Last month I had the opportunity to meet you when I took my 10 year old dog to your Animal Wellness Center for a consultation. He had been slowing down lately and I wanted him checked out well. My Charlie was seen by my conventional veterinarian just 5 weeks earlier for his vaccinations. When you examined Charlie you determined that he had severe gingival and periodontal disease along with severe tartar and plaque on his teeth. Can dental disease develop to that extent in just a few weeks? Why did the other veterinarian not mention this to me?


I cannot comment on why Charlie’s dental disease was not previously addressed (but I will anyway). Obviously, I have to maintain a professional repoir regarding the “skills” of some of my colleagues. As with any health care profession, you have the good, the bad, the exceptionally great and what I consider the “greedy unethical.” Those of you reading this magazine are much more likely to search out the good and great practitioners, not only for yourselves, but for your pets. This is the most beneficial option to choose. Remember, you as the consumer, have every right to ask to see diplomas, attendance of continuing education, and check with the professional organizations they are members of to ensure that they are in good standing. Please, do it. It is your right, and in this day and age of questionable healthcare, ask for that proof and don’t be afraid or intimidated by anyone trying to dissuade you otherwise. If you don’t see proof of the qualifications he or she claims to have, then move on to someone else. It is your legal right. Research, ask questions and find the best in the field for what you are looking for. Examination of the oral cavity should be a part of all routine physical examinations. The American Veterinary Dental Society states that greater than 70 % of cats and 80 % of dogs develop periodontal disease by the age of three. Periodontal disease can be seen in pets in different degrees. Gingivitis, which is an inflammation of the gums; plaque, which is bacteria that develops from food particles that adhere to the outer surface of the tooth; and calculus, which occurs when plaque becomes mineralized and adheres to the surface of the teeth. This is why food that is eaten by your pet and stays on the teeth, even in very small quantities, over time can cause inflammation of the gums, bacterial growth and hard calculus. Other signs of dental disease are bleeding gums, bad breath, grinding or “chattering” of teeth when trying to  eat, eroded, broken or blunt ended teeth, increased drooling (especially cats), reluctance to eat or play with toys, even lethargy and depression. In order to accurately examine teeth, the upper lip needs to be raised and pulled towards the back of the mouth to properly visualize the upper and lower molar and premolar teeth. They are considered the ”cheek teeth” because of their location. They are the teeth that are most likely to get infected and abscessed because this is the location where food tends to sit and essentially decay. Unless this is properly done, serious infection can start and continue for months to years before it is noticed. Good dental care ideally begins at home when your pet is young and is monitored professionally by your veterinarian at annual check- ups. In my opinion, one of the most important preventative actions a pet owner can take is to be aware of dental hygiene and learn how to brush their pet’s teeth. This is easy to get your puppy or kitten use to when they are just a few months old. Studies have shown that brushing your pet’s teeth regularly can extend their life by up to three years! Brushing at home will also reduce the number of times your pet needs to be anesthetized to have their teeth cleaned. Brushing will also eliminate that “doggie breath” that occurs over time that is the result of periodontal disease. Left untreated, gingivitis will progress to more severe periodontal disease that causes oral pain and allows bacteria to enter the bloodstream and damage other organs such as the kidneys, heart, intestines, joints and liver. Continued lack of treatment can lead to organ failure, sepsis and death. Correctly performed, a complete dental cleaning and scaling for your dog or cat involves anesthesia. As such, it is important to get pre-dental blood work to ensure that all organ systems are functioning correctly to minimize anesthetic risk. There are a number of different types of anesthesia that are very safe. The oldest cat I have performed a dental procedure on was 22 years old; the oldest dog was 19 years old. Frequently, pets are put on antibiotics to reduce the infection prior to and after the procedure. Most pets go home the same day of the procedure. One last and very important fact you need to know. Any kind of dental procedure should be done only in a veterinary hospital. I have heard stories of people in “veterinary related” jobs claiming and making the client pay for a “dental cleaning.” Scraping plaque off of a pet’s teeth with one’s finger nail or other instrument does NOT qualify as a correct procedure. If anything it will stir up the bacterial infection in the mouth and could lead to systemic infection and organ damage. Dr. Rose DiLeva is a 1987 graduate of the University of  Pennsylvania’s school of Veterinary Medicine. She practices alternative and conventional veterinary medicine. Dr. DiLeva is a certified veterinary acupuncturist and a certified veterinary chiropractitioner. She can be  reached at her Animal Wellness Center in Chadds Ford, Pa. at 610-558-1616 for appointments, speaking engagements and telephone consultations. Her web site is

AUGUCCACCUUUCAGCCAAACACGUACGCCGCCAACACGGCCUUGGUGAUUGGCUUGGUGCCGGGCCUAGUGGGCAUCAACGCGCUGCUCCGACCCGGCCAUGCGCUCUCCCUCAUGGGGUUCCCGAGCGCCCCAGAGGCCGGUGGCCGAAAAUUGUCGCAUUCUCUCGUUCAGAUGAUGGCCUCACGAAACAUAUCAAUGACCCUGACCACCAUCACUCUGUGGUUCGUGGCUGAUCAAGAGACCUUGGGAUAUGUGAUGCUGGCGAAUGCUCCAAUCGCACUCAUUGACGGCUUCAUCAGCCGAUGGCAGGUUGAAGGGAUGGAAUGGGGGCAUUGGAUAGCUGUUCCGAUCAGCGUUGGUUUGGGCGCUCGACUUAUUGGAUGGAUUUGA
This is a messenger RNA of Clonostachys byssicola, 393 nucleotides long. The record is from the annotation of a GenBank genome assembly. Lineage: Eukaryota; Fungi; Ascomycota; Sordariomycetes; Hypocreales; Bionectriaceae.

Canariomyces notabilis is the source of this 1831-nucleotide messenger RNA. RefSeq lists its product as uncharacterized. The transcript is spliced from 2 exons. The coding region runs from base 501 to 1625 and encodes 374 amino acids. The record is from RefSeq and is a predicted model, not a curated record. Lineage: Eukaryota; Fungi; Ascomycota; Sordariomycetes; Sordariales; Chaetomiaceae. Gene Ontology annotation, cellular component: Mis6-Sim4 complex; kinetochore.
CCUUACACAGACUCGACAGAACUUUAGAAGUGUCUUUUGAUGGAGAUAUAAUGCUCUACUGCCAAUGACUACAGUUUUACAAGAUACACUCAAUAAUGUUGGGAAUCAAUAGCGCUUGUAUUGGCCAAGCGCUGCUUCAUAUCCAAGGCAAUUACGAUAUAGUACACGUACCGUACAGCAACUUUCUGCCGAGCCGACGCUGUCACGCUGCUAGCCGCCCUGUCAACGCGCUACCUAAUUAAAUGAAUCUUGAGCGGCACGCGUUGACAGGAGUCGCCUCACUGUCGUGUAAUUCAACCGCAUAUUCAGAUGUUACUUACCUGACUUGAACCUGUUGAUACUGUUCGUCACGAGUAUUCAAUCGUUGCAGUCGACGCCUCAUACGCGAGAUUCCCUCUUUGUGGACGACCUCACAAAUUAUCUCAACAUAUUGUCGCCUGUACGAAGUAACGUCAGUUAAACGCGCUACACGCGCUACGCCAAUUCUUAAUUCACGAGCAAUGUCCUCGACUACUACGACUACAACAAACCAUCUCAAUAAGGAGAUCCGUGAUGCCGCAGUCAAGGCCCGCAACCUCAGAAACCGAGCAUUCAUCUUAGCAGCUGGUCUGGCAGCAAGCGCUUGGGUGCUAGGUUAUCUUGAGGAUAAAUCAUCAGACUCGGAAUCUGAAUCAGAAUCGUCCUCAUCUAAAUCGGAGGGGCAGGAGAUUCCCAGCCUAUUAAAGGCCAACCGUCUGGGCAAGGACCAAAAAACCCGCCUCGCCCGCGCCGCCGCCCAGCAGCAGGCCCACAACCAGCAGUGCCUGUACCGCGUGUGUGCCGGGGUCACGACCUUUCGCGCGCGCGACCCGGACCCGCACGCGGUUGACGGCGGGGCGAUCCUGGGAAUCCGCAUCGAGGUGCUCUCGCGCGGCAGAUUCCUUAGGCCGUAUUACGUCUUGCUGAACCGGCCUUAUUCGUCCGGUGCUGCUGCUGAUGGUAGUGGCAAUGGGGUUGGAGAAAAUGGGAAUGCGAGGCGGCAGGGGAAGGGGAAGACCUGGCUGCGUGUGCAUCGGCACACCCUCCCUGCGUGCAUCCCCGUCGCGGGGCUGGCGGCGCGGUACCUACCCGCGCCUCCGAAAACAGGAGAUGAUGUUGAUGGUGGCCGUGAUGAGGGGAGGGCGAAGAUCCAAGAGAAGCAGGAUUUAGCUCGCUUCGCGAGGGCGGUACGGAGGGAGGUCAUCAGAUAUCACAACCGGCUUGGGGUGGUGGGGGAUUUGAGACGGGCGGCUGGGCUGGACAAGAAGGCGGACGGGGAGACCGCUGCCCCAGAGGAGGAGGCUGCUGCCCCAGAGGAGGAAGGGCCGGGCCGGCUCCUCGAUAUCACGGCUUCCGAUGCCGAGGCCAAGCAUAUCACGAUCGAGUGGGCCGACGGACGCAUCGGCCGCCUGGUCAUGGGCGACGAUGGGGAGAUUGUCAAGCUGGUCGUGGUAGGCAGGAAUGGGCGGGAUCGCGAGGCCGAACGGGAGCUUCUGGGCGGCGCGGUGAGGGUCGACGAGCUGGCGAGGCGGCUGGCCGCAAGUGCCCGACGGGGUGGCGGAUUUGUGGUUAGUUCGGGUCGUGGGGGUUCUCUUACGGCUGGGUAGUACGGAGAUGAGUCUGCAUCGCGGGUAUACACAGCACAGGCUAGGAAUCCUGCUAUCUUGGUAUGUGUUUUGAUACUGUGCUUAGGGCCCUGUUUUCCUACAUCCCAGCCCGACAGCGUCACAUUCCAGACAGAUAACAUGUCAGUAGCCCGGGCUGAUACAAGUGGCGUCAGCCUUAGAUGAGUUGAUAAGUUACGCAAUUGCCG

Call Now Button